Smith’s daughter, Verna, lists the following authors as visitors to the Smith household in her youth: Lloyd Arthur Eshbach, Robert HeinleinDave KyleBob Tucker, Williamson, Frederik Pohl, Merritt, and the Galactic Roamers. Smith cites Bigelow’s Theoretical Chemistry–Fundamentals as a justification for the possibility of the inertialess drive. There is also an extended reference to Rudyard Kipling‘s “Ballad of Boh Da Thone” in Gray Lensman (chapter 22, “Regeneration,” in a conversation between Kinnison and MacDougall).

Sam Moskowitz‘s biographical essay on Smith in Seekers of Tomorrow states that he regularly read Argosy magazine, and everything by H.G. Wells,Jules VerneH. Rider HaggardEdgar Allan Poe, and Edgar Rice Burroughs. Moskowitz also notes that Smith’s “reading enthusiasms included poetry, philosophy, ancient and medieval history, and all of English literature.”

Sourcehttp://en.wikipedia.org/wiki/E._E._Smith#Family_and_education

THEY LIVE

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OBEYThey Live is a 1988 American science fiction-horror film directed by John Carpenter.  The film follows a nameless drifter referred to as “Nada”, who discovers the ruling class within the moneyed elite are in fact aliens managing human social affairs through the use of a signal on top of the TV broadcast, concealing their appearance and subliminal messages in mass media.   This is a clip from the famous “sunglasses” scene: “I have come here to chew bubble gum and kick ass.  And, I’m all out of bubble bum….”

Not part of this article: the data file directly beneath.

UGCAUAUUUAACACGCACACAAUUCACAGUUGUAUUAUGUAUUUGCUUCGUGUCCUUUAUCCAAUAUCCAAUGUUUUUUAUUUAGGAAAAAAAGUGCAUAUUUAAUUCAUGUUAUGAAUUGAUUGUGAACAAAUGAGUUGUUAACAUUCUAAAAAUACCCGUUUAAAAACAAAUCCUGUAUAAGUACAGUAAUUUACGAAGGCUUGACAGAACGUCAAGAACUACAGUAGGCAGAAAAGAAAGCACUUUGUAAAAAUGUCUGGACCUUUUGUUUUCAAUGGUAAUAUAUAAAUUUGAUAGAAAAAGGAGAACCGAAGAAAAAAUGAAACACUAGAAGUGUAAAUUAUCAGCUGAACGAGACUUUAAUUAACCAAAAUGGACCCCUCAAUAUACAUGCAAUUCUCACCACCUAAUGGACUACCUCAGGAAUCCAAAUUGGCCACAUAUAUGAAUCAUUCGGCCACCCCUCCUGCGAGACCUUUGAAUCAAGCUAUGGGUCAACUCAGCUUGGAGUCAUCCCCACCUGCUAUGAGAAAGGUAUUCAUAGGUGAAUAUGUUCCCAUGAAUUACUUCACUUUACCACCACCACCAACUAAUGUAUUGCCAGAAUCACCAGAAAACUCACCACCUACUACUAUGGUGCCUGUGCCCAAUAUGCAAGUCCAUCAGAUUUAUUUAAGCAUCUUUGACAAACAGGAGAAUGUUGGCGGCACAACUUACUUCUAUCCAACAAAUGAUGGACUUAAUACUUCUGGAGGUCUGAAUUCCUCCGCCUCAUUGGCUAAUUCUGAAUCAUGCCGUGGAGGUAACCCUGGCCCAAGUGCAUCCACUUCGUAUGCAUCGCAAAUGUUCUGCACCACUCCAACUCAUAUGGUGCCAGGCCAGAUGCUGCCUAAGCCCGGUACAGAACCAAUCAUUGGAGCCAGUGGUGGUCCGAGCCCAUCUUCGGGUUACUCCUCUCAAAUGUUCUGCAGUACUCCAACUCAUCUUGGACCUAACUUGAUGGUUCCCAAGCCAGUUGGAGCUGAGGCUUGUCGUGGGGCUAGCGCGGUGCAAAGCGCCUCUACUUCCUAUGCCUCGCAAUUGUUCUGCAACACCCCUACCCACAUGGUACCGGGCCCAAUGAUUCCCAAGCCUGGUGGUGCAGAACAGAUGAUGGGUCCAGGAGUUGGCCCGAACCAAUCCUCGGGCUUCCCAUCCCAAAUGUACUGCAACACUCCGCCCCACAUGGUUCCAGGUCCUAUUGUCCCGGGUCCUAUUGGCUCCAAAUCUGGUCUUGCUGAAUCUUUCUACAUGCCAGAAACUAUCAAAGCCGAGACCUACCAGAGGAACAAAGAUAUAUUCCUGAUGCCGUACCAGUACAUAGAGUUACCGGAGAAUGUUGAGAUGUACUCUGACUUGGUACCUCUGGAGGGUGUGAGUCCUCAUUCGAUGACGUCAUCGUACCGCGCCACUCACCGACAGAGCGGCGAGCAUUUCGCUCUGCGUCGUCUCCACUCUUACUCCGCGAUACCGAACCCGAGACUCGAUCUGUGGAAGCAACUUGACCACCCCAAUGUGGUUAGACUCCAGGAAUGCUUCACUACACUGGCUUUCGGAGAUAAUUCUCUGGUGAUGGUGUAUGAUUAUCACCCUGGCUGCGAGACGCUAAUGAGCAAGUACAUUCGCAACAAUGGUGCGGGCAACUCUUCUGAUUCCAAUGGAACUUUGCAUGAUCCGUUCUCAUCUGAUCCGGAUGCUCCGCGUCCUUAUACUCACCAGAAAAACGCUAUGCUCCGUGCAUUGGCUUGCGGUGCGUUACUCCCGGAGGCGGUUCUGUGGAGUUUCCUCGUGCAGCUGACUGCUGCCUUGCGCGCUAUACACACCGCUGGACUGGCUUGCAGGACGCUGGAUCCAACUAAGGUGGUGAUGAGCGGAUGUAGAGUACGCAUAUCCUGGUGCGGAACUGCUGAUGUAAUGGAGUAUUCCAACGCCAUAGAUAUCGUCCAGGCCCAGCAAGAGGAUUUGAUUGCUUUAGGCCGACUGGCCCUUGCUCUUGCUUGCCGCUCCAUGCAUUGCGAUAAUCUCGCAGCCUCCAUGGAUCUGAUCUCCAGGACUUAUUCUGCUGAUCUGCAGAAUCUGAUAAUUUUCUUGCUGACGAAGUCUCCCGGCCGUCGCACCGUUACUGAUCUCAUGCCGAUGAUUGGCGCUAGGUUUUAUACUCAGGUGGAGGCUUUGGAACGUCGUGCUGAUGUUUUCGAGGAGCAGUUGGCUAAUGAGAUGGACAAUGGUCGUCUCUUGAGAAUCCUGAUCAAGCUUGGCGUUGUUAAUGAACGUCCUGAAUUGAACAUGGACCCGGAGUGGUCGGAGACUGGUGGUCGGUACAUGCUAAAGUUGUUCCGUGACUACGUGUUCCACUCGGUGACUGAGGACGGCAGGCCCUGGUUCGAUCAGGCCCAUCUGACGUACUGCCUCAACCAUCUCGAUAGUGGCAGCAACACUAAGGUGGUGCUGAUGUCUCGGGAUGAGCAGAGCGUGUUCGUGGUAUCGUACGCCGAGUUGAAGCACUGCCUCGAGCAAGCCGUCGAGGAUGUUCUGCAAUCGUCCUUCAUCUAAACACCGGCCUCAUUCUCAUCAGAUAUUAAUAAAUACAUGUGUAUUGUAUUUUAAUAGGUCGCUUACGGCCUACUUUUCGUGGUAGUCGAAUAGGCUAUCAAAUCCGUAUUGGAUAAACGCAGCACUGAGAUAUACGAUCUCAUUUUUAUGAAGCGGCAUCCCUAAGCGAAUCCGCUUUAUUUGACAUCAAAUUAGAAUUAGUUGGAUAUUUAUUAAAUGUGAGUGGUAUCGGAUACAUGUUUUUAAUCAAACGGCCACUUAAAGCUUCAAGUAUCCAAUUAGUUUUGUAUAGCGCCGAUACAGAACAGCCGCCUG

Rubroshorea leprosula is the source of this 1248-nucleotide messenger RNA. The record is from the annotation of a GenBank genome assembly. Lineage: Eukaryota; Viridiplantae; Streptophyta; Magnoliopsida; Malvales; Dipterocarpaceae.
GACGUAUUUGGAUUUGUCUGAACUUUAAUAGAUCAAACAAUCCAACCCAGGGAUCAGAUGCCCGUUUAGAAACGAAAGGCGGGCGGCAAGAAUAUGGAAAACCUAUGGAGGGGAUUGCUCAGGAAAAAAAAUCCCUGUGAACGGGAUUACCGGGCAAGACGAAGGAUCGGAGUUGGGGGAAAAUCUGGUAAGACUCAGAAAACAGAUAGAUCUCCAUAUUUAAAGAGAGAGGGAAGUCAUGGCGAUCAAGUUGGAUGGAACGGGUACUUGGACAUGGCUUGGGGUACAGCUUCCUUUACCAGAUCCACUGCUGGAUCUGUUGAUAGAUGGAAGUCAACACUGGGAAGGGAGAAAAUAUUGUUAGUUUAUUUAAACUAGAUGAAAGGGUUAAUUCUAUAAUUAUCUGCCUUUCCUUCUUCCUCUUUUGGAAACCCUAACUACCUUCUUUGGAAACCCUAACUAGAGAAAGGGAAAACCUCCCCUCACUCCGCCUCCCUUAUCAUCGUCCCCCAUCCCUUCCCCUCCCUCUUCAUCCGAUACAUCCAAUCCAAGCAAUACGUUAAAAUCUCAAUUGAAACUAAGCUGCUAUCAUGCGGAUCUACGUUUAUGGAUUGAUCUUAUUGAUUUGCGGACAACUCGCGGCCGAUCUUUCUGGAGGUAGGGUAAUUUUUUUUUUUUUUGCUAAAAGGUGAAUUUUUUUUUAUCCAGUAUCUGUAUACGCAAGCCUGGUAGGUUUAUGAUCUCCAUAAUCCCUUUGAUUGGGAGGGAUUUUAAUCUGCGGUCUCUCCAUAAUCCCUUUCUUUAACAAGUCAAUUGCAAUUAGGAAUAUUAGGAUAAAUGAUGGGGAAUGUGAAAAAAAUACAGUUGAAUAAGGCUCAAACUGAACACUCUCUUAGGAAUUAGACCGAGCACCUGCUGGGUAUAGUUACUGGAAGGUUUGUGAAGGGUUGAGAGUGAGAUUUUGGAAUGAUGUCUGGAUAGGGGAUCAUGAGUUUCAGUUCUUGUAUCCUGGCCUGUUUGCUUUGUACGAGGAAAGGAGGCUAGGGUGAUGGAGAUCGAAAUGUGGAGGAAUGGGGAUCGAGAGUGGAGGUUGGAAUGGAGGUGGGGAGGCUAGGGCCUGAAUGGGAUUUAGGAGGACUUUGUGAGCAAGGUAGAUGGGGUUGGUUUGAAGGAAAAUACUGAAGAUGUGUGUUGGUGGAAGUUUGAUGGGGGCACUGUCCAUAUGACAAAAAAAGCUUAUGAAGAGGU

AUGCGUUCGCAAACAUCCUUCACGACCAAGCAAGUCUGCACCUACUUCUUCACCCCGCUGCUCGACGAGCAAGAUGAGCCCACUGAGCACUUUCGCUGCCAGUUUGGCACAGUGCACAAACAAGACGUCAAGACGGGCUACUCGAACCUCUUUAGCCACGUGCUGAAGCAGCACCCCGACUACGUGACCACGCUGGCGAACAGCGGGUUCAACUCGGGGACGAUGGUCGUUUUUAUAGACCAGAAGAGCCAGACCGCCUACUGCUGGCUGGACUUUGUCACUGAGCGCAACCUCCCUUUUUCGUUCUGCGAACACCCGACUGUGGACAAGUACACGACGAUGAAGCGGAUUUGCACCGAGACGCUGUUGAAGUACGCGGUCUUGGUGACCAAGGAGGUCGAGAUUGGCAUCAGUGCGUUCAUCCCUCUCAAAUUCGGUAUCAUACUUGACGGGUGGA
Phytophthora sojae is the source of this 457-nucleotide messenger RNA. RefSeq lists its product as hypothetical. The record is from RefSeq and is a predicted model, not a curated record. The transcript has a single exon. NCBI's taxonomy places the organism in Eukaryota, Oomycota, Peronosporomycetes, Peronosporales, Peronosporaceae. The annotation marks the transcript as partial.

The idea for They Live came from two sources: a short story called “Eight O’Clock in the Morning” by Ray Nelson, originally published in The Magazine of Fantasy and Science Fiction in the 1960s, involving an alien invasion in the tradition of Invasion of the Body Snatchers, and a story called “Nada” from the Alien Encounters comic book.  John Carpenter describes Nelson’s story as “…a D.O.A. type of story, in which a man is put in a trance by a stage hypnotist. When he awakens, he realizes that the entire human race has been hypnotized, and that alien creatures are controlling humanity. He has only until eight o’clock in the morning to solve the problem.

The more political elements of the film are derived from Carpenter’s growing distaste with the ever-increasing commercialization of 1980s popular culture and politics. He remarked, “I began watching TV again. I quickly realized that everything we see is designed to sell us something… It’s all about wanting us to buy something. The only thing they want to do is take our money.” To this end, Carpenter thought of sunglasses as being the tool to seeing the truth, which “is seen in black and white. It’s as if the aliens have colorized us. That means, of course, that Ted Turner is really a monster from outer space.” (Turner had received some bad press in the 1980s for colorizing classic black-and-white movies.) The director commented on the alien threat in an interview, “They want to own all our businesses. A Universal executive asked me, ‘Where’s the threat in that? We all sell out every day.’ I ended up using that line in the film.” The aliens were deliberately made to look like ghouls according to Carpenter, who said: “The creatures are corrupting us, so they, themselves, are corruptions of human beings.”

Because the screenplay was the product of so many sources: a short story, a comic book, and input from cast and crew, Carpenter decided to use the pseudonym “Frank Armitage,” an allusion to one of the filmmaker’s favorite writers, H. P. Lovecraft (Frank Armitage is a character in Lovecraft’s The Dunwich Horror). Carpenter has always felt a close kinship with Lovecraft’s worldview and according to the director, “Lovecraft wrote about the hidden world, the “world underneath.” His stories were about gods who are repressed, who were once on Earth and are now coming back. The world underneath has a great deal to do with They Live.” — (Wikipedia.org)